In ABC’s new half-hour comedy THE KIDS ARE ALRIGHT on Tuesday nights, creator Tim Doyle looks back at his own childhood. Doyle grew up in the ‘70s in Southern California as one of eight boys in a working-class Irish-Catholic family.
In THE KIDS ARE ALRIGHT, the family patriarch, Mike Cleary, is played by Michael Cudlitz. Cudlitz played the late, lamented Abraham Ford on THE WALKING DEAD; before that, he starred in four seasons of SOUTHLAND as dedicated but painkiller-addicted LAPD Officer John Cooper.
ASSIGNMENT X: Does THE KIDS ARE ALRIGHT remind you at all of your own childhood?
MICHAEL CUDLITZ: Yeah. I was born in ’64. I grew up in New Jersey in the ‘70s. For me, it was wonderful, what I want to call the lack of parental supervision. I always knew my parents were there, I always knew they loved me, but physically, they weren’t always there. And you grow up differently. I see it in my kids. I think there are pros and cons to each [era’s style of parenting]. I think my kids actually were able to hold onto their childhood a little bit longer, because they weren’t forced to grow up, and in a way, when you don’t have that parental supervision, you’re forced to grow up, you’re forced to deal with things in a way that you wouldn’t necessarily have to had they been there. It was like, “Hey, I’m going out until whenever,” and you’d take off, “I’ll see you tonight.” There was no real question. “I’m going to the beach.” We lived a bike ride, or a moped ride, twenty minutes away from the beach. No cell phones, no helmets, no bike lanes, no airbags, seatbelts, but you didn’t really use them, steel dashboards, riding in the back of a pickup truck with your buddies. I mean, all these things were stuff that we all did. I’m not saying that all those [new precautions] aren’t necessary and that we’re not glad that they’re around now, because we are, but it just meant you grew up differently. We all did. We all feel that difference. We didn’t have helicopter parents, and for better or for worse, it was just a different time.
AX: Having lived through that era, what’s it like to recreate that on a daily basis?
CUDLITZ: Awesome. We’ve been having a great time. These kids are great, Mary [McCormack, who plays family matriarch Peggy Cleary] is hilarious, and Tim’s writing really, really fun stories that have a lot of heart to them. So it’s been fantastic to come to work.
AX: How is working on a half-hour comedy schedule? It’s not 9 to 5, but it seems like a more abbreviated schedule than location schedules for one-hour dramas.
CUDLITZ: No, it’s not more abbreviated. It’s a single-camera half-hour, and we have eight kids. So even if it’s a lighter day, that day is still just as long, because of the needs of the kids, of having to go to school, and the breakup of all of that. So it’s an abbreviated schedule in the sense that we shoot five days a week, as opposed to eight – a typical one-hour is eight to twelve, depending on what you’re shooting, but we’ll shoot an episode a week.
AX: Is it at least more physically comfortable than battling mosquitoes outdoors in Georgia, where you were shooting THE WALKING DEAD?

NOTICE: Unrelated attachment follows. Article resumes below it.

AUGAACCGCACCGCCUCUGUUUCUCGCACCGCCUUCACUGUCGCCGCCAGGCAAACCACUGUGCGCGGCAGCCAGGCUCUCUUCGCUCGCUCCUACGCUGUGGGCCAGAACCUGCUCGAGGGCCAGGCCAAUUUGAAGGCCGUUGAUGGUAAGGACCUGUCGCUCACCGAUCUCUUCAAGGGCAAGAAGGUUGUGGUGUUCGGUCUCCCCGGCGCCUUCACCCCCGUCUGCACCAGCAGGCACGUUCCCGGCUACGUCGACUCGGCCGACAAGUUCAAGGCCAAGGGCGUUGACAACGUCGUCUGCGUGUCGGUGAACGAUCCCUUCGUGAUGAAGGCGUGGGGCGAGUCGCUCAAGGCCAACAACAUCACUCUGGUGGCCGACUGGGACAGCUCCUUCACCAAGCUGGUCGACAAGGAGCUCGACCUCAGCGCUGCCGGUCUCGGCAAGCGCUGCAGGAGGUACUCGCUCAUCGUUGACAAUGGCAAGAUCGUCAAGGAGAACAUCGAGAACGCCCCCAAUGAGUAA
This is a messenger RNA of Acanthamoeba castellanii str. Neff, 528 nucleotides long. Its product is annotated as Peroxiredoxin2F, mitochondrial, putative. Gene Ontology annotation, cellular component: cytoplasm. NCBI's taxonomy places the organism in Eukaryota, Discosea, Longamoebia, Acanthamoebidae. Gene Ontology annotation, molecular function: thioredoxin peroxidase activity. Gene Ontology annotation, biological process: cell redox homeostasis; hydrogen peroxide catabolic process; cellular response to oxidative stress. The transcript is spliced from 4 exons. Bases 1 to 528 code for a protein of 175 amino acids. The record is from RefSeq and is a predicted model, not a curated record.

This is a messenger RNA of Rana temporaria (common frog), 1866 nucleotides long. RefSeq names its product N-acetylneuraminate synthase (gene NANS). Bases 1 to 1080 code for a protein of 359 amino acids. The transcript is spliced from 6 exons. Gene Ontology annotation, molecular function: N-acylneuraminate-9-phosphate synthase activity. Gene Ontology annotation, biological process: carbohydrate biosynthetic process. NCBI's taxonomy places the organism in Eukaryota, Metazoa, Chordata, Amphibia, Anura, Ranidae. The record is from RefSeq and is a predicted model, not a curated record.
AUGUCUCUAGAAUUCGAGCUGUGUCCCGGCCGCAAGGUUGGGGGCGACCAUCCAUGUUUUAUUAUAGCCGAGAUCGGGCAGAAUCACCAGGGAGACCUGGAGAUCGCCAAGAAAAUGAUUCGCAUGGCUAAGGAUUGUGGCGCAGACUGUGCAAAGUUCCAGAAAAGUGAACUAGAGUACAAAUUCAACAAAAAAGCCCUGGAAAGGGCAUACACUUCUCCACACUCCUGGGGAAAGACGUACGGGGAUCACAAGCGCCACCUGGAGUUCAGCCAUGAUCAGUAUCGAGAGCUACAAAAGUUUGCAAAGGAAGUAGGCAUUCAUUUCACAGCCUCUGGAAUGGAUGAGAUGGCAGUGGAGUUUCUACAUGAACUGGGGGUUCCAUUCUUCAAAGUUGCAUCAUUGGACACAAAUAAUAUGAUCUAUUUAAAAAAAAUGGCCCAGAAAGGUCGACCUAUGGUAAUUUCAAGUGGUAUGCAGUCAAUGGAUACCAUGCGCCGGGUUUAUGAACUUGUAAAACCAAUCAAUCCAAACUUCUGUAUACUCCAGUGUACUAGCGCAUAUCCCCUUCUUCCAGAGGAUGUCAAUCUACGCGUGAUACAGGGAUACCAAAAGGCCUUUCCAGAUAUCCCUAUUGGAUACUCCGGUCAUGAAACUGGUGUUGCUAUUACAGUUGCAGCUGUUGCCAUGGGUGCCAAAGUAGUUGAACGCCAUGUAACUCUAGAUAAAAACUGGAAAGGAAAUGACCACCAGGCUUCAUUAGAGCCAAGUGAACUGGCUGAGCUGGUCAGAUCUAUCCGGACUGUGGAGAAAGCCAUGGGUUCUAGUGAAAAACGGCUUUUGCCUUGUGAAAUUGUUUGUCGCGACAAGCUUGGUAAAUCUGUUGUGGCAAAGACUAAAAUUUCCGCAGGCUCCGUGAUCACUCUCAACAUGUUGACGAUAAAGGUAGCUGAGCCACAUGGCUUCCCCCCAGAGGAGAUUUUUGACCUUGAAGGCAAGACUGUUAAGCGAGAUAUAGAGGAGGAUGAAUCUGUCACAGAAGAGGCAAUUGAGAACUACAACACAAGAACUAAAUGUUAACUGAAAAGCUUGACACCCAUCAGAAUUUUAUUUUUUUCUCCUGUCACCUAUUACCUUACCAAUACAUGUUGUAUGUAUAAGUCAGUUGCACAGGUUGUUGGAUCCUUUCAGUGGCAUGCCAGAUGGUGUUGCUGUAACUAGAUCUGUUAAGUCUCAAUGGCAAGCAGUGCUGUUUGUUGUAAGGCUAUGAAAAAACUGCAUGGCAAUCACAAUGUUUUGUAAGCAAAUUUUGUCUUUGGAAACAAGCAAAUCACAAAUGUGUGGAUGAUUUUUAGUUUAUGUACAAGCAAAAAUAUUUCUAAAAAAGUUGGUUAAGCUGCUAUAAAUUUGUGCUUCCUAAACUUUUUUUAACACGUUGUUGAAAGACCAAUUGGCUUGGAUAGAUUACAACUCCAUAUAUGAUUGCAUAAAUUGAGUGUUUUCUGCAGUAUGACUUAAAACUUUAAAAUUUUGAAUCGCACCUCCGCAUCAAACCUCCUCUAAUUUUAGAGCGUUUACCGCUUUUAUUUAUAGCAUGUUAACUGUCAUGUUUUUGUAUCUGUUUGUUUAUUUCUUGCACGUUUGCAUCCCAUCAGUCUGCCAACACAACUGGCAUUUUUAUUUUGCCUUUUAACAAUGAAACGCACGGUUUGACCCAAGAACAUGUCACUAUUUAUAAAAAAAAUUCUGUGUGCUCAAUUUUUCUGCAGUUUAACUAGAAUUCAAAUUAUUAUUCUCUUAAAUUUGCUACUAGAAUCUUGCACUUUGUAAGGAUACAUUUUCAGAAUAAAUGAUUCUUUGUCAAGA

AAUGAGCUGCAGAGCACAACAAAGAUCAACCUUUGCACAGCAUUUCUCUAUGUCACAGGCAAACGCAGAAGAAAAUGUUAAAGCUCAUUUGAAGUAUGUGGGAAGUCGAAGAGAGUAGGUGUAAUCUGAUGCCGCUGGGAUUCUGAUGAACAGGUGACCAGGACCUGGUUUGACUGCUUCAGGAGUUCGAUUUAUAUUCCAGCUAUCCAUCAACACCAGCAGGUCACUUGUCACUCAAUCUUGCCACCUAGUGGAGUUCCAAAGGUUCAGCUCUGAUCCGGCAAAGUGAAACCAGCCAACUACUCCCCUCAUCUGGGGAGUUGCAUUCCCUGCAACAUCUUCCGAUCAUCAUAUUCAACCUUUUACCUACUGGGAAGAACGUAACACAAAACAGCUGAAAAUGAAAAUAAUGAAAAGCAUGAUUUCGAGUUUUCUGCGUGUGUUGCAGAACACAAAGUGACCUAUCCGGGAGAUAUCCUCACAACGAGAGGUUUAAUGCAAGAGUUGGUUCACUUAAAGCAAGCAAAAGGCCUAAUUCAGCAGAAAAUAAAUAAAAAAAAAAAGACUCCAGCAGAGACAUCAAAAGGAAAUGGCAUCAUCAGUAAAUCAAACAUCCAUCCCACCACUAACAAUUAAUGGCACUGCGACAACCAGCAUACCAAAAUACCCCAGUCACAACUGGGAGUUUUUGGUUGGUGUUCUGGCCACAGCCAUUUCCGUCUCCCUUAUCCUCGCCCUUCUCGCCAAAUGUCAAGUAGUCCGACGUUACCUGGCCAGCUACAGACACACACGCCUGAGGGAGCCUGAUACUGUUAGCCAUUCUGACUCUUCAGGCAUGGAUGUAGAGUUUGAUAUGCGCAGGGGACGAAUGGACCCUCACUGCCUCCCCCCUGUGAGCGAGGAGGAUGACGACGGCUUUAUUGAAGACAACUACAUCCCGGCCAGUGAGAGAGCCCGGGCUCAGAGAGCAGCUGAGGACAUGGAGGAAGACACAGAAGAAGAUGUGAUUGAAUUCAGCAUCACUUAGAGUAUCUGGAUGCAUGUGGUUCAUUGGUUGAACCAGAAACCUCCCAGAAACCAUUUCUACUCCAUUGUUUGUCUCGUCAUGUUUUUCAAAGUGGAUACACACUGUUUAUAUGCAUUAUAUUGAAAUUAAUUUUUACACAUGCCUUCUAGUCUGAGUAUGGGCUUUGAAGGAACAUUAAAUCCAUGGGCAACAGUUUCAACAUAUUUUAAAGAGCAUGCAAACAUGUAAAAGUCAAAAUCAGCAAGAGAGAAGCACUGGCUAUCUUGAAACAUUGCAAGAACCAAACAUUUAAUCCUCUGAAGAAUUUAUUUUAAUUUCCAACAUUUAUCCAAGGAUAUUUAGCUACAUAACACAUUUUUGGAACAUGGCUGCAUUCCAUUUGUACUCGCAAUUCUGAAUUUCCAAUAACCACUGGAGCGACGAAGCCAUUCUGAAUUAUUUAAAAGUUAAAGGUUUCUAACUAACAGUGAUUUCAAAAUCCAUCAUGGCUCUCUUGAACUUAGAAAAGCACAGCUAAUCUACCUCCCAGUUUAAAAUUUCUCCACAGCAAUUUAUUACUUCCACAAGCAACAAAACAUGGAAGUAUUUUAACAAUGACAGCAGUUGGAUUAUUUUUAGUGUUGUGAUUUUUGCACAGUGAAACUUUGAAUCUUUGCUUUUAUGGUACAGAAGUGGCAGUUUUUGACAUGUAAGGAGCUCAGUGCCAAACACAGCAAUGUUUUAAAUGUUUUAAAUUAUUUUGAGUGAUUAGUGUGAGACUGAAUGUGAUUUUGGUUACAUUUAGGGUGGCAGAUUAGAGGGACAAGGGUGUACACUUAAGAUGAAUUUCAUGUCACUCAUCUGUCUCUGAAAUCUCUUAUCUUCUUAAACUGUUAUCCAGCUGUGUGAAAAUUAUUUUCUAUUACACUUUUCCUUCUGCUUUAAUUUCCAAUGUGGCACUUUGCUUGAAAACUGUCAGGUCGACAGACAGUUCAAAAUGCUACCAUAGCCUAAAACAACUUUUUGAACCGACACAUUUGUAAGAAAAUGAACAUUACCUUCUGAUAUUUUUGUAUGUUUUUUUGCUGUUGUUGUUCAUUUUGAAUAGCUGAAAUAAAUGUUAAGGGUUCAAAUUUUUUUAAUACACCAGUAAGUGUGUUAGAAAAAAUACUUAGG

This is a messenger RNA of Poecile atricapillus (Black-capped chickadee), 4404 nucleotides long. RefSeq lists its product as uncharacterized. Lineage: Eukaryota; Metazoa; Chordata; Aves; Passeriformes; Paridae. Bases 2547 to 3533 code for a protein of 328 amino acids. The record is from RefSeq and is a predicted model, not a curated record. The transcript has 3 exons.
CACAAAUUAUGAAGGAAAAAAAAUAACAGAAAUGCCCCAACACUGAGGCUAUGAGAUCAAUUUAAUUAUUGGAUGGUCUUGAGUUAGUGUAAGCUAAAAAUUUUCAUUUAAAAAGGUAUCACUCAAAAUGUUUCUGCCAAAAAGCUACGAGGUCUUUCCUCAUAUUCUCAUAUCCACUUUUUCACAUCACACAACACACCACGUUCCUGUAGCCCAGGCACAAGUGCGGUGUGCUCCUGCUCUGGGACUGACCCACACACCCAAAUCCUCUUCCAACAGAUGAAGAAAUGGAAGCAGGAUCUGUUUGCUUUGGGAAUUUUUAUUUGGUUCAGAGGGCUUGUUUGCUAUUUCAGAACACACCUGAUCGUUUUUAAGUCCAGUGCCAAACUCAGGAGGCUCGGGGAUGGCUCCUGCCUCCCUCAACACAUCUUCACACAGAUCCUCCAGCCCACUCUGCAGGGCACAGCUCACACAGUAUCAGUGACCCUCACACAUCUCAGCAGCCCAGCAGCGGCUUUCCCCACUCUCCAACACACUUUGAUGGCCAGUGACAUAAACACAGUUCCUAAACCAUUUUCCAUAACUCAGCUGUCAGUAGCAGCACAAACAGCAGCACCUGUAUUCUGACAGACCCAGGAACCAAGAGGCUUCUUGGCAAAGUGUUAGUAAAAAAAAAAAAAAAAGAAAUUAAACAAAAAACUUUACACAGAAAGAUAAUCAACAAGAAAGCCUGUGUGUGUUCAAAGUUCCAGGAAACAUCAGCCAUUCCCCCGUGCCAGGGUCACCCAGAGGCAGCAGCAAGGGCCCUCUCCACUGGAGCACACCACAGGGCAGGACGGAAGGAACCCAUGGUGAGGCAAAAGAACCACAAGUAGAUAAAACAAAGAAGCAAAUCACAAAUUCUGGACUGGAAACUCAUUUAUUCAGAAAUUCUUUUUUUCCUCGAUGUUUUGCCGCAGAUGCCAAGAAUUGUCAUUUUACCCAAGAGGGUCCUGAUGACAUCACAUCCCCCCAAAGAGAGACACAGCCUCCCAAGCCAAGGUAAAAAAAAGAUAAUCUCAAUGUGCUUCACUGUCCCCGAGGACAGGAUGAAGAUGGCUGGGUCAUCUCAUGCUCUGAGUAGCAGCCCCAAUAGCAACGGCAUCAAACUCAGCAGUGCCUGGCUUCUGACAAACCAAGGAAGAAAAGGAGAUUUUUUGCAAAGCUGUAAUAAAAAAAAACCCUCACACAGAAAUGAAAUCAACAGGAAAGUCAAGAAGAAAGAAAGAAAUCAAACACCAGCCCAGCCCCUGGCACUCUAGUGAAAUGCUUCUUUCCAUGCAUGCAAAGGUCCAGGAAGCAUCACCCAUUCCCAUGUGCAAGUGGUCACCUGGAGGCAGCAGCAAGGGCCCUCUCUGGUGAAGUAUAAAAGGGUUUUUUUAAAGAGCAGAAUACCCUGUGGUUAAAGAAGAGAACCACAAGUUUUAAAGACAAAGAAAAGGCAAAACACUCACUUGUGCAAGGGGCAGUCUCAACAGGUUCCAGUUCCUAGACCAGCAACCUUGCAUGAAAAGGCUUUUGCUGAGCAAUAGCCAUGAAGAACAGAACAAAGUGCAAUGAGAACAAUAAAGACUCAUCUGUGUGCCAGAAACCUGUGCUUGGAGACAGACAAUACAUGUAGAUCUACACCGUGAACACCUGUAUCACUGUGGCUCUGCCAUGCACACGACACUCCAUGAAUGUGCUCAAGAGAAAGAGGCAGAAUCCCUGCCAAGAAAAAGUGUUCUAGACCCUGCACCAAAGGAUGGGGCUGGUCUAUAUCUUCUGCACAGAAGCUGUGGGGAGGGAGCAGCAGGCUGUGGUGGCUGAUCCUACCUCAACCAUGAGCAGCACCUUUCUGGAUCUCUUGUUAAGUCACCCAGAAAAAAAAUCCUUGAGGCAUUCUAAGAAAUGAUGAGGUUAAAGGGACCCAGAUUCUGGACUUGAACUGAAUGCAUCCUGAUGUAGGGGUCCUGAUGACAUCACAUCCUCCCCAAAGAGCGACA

CUDLITZ: It’s more physically comfortable, because it’s three minutes from my house [laughs]. I keep calling THE KIDS ARE ALRIGHT “the Unicorn.” It’s a half-hour comedy, in town, shooting five minutes from my house.
AX: Do we know what Mike Cleary does for a living? He’s obviously not a cop.
CUDLITZ: Yeah. Obviously, not a cop [laughs]. He works in jet propulsion, the equivalent of JPL. [Tim Doyle] grew up in Glendale [California]. That is actually something different – I don’t think his dad was in the aerospace industry, but he’s a machinist.
AX: So are we going to see scenes of you fixing the plumbing, like Tim’s dad?
CUDLITZ: Probably. He’s very handy and expects that from his kids.
AX: With THE WALKING DEAD, when did they tell you that Abraham was going to die?
CUDLITZ: Both Steven [Yeun, whose character Glenn died at the same time as Abraham] and I found out six months prior. But when I came on the show – I’ve gone from show to show to show. That’s what we do. It’s not the first show I’ve died on.
AX: Oh, no. John Cooper on SOUTHLAND was in dire straits when we last saw him. Don’t tell us that …
CUDLITZ: John Cooper did not die. At all [laughs]. But yeah, we knew five or six months before. We didn’t know if it was going to be at the end of [Season] 6 or the beginning of 7, that was what they were deciding, whether they could keep that secret. And then we find out just before that it was going to be the beginning of 7, which was fine. It would have been fine either way for me.
AX: Did you watch your final scene in THE WALKING DEAD?
CUDLITZ: I watched it once. It’s pretty brutal. It’s a pretty emotionally and visually brutal scene, so …
AX: What would you most like people to know about THE KIDS ARE ALRIGHT?
CUDLITZ: It’s funny as hell, and it’s got a lot of heart.
This interview was conducted during ABC’s portion of the summer 2018 Television Critics Association (TCA) press tour.
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Article Source: Assignment X
Article: Interview with THE KIDS ARE ALRIGHT and THE WALKING DEAD star Michael Cudlitz on his new series